A typical day in the life of a top-grade physics student: you wake up in a bath full of ice, having no memory of what happened, and find your boyfriend dead in the next room. As you are trying to figure out what is happening, you start experiencing strange time-shifts and eventually realise you are being moved about in time as a result of a mysterious anomaly. That is, in a nutshell, the story of Cassandra (Courtney Hope) in the upcoming indie sci-fi movie, Displacement (written and directed by Kenneth Mader).

Displacement is… a thriller? Drama? Something in between, I would say. It has all the components of a sci-fi thriller classic: death, kidnapping, shady organisations performing secret research. The premise, however, has a lot to do with Cassandra’s relationship with her boyfriend, with her recently deceased mother, her estrangement from her father… and the list doesn’t even end there.

The dark hotel room where everything begins. Or, does it?

I cannot tell much about the plot without giving away spoilers. The reason for this is that the plot isn’t even known to us (aside from the initial setup), it unfolds as we progress. We are in the same boat with Cassandra throughout the whole movie: she is desperately trying to figure out what is happening and where she is in it, and so are we.

That said, Displacement does not suffer from the classic problem of time-travel films that require deep scientific explanations inaccessible to general public, or that need you to keep track all the time of which timeline you are in. True, Displacement features a couple of scenes where the scientific background of the problem is explained, but if you aren’t up to it, you can just run with the idea that “ok, this time-travel somehow works” and ignore the details. Besides, it’s explained so quickly that you would have to pause the movie to process it if you aren’t already familiar with the concept. And if you are familiar with it, it makes your watching much smoother as the film doesn’t need to waste time explaining things you already know.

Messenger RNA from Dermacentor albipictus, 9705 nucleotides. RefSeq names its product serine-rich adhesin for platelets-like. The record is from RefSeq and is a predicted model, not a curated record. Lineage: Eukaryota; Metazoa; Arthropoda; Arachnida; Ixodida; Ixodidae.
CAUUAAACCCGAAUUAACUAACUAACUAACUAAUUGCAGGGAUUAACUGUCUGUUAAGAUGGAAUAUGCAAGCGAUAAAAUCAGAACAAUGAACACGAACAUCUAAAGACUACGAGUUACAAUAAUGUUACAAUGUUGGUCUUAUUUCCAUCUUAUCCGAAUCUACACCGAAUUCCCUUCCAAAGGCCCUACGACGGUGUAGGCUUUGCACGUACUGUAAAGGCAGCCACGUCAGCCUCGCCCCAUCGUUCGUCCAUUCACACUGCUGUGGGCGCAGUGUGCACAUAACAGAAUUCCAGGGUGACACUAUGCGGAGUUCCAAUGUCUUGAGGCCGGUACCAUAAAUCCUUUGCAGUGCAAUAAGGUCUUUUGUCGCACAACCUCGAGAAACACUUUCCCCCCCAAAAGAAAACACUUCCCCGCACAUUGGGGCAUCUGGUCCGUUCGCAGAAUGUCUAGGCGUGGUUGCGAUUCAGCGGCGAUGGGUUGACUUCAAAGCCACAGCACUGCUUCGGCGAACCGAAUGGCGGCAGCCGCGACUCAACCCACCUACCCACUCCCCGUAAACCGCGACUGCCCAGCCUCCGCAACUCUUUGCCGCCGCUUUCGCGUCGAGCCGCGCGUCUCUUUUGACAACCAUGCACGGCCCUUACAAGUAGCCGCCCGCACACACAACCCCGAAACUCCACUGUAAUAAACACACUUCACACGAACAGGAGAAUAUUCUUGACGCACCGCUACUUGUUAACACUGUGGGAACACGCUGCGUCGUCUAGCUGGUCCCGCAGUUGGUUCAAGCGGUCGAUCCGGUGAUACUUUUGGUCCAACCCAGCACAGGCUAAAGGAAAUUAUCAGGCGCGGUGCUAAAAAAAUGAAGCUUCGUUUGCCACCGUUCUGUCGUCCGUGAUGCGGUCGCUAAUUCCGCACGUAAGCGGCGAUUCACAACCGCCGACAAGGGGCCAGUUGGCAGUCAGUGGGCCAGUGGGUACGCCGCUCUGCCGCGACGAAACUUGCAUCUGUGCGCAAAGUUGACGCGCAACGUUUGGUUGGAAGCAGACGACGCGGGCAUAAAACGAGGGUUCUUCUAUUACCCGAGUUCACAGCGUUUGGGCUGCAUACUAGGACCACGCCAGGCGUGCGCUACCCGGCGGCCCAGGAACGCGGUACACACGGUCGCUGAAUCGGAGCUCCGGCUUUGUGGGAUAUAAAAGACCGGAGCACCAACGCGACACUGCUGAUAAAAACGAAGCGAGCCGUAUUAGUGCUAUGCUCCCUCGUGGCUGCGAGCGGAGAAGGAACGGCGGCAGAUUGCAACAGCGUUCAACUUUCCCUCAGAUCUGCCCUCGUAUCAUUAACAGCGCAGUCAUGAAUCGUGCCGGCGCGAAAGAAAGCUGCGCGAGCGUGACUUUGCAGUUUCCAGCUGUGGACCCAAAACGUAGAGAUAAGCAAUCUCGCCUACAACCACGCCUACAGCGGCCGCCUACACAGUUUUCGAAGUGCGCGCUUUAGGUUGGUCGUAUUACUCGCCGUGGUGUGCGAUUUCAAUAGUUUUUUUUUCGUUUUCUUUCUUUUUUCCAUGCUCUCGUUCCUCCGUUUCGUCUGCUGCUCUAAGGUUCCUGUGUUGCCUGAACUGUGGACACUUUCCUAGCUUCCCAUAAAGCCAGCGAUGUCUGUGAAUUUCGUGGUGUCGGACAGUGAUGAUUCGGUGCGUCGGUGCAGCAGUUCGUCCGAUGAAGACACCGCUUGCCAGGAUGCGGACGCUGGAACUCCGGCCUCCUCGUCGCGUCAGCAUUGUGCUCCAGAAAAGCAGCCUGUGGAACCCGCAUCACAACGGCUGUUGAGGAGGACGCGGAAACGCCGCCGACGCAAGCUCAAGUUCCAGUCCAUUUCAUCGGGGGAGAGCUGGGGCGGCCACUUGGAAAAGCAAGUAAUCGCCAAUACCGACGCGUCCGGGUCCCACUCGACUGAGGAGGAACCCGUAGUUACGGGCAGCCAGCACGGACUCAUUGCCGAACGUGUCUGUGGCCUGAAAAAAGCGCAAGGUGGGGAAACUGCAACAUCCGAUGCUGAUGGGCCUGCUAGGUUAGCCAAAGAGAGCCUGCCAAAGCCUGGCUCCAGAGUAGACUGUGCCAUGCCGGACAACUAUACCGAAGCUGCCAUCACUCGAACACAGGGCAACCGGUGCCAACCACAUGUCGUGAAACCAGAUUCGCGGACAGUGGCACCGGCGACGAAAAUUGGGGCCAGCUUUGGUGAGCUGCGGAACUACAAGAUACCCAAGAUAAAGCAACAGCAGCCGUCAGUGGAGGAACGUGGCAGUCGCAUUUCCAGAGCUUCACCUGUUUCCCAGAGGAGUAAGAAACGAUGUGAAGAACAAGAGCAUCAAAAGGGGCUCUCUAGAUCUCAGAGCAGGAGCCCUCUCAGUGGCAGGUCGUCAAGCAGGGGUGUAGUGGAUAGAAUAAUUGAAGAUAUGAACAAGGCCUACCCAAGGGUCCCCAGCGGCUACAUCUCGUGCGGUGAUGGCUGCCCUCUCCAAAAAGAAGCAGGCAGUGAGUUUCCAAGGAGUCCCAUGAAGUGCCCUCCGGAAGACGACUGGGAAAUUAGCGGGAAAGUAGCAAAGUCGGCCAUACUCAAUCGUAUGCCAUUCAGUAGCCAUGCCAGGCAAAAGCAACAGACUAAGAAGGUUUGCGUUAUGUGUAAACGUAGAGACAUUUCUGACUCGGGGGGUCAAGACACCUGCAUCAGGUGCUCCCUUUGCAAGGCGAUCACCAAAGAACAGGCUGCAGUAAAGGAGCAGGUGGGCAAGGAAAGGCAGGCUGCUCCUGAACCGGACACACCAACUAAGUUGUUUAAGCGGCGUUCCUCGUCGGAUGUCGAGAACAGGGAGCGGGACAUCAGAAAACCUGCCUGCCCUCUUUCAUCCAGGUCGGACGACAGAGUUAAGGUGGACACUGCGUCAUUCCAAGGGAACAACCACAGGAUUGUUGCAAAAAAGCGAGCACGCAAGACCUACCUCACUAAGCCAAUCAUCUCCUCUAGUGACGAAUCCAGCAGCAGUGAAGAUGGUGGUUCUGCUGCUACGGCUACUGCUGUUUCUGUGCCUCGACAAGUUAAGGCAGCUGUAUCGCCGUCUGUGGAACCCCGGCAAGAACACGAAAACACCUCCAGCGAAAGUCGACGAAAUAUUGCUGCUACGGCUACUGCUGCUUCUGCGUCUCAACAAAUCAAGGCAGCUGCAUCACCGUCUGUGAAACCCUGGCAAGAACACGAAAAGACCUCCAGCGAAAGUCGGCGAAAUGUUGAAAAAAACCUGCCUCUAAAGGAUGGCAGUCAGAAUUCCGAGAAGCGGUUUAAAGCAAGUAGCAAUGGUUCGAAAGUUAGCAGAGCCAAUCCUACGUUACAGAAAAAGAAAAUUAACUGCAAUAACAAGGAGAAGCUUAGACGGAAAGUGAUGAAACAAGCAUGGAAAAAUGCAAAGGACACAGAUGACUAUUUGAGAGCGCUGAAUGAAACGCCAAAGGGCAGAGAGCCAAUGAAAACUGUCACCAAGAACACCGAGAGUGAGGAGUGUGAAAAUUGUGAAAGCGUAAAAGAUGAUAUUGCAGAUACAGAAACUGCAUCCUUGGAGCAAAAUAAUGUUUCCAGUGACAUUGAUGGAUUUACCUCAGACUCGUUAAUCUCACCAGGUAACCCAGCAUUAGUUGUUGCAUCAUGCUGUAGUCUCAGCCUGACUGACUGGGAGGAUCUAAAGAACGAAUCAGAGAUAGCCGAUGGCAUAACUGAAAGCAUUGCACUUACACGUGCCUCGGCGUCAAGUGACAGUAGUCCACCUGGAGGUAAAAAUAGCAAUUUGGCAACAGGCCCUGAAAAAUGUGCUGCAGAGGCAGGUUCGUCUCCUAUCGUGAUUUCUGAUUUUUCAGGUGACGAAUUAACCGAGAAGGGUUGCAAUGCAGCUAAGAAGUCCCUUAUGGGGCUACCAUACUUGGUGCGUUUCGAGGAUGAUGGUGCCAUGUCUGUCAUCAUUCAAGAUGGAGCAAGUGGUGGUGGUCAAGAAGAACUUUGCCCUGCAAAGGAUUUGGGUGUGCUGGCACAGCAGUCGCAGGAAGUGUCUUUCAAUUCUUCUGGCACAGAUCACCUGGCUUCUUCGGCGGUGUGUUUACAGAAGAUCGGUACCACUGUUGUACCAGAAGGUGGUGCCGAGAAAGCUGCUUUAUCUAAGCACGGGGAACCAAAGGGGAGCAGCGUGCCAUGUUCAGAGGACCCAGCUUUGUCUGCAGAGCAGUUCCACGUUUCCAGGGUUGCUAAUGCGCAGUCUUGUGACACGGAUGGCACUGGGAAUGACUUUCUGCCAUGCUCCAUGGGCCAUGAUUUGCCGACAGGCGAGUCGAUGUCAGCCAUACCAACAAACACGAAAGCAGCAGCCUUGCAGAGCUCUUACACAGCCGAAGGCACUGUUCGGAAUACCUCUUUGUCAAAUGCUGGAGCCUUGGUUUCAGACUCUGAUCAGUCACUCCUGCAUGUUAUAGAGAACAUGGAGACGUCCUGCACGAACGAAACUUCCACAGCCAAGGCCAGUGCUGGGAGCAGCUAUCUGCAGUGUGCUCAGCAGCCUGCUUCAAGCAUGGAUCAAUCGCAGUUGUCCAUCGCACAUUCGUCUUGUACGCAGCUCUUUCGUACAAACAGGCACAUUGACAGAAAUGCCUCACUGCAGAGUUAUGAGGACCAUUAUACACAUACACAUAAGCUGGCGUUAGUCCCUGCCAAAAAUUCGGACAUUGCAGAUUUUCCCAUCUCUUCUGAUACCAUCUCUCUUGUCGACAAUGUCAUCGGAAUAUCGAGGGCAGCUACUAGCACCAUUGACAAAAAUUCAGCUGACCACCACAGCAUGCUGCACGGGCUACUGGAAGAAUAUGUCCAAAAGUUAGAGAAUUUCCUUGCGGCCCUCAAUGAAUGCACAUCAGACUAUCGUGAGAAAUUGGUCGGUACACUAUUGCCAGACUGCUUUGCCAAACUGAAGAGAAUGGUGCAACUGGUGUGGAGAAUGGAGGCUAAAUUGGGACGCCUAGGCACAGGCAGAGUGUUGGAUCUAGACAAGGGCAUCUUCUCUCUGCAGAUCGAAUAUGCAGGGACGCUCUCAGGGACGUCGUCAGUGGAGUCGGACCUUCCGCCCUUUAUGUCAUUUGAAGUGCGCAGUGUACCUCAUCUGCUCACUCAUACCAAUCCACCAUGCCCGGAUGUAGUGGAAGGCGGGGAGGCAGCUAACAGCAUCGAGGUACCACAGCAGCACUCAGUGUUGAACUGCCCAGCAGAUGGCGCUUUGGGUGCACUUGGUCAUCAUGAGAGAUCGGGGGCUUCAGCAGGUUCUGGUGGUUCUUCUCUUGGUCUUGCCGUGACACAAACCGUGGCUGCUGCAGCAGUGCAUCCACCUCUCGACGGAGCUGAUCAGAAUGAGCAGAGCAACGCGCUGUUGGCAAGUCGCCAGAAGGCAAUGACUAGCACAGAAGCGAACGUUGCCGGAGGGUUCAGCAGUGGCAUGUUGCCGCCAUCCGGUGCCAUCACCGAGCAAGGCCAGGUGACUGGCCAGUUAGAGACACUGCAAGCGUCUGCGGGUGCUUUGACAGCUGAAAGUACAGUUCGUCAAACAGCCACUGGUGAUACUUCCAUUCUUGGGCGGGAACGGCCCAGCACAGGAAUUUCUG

Bruce Davis as Cassandra’s mentor, Professor Deckard

Likewise, the causal relationship between various events in different scenes is important, but if you don’t want to strain your brain, you can just follow the (mostly) linear story as Cassandra experiences it and not worry about whether you are currently today, tomorrow or yesterday. You can instead focus on physical details of the scene, such as how did this or that familiar-looking object get in its place, and whether you haven’t seen it just a while ago in a different timeline. The movie is full of those small “a-ha!” moments, as the pieces put themselves together. For the big picture, however, you have to wait for a really long time.

Displacement has some really good acting, from Courtney Hope in the main role (you might know her from the series Quantum Break or if you are like me, you may have heard her as the voice of Vaylin in Star Wars: The Old Republic) as well as Sarah Douglas as the mysterious Dr. Miles or Bruce Davison as Cassie’s mentor, professor Deckard. At times, you might find yourself thinking their performance is so good that the writing didn’t really fill up their whole potential. The film could have easily given more depth to its characters or explored their motivation further and I am sure the actors would have been up to it.

Sarah Douglas as the shady Dr. Miles

I also have to mention this: I liked that even though basically all the characters in the film are “science nerds”, they don’t come across as caricatures, as is often the case in similarly themed movies. The protagonist is actually shown as a “normal girl”, perhaps too normal, given that she is supposed to be a genius. The reconciliation of her “normal” and “scientific” side works the best during the scenes where she records her progress on her videoblog (in my opinion, possibly the best idea in the whole movie, which made it – and Cassandra – feel realistic to me). Speaking of science nerds, however, I feel that Michael Zhang’s performance in the minor role of a schoolboy deserves a special mention. If anyone was believable as a “live” physics student, it was him.

If time-travel films are your passion, then you can’t leave Displacement out of your list. Its release date is 28th April for USA, and you can look up everything else about it also on its official website.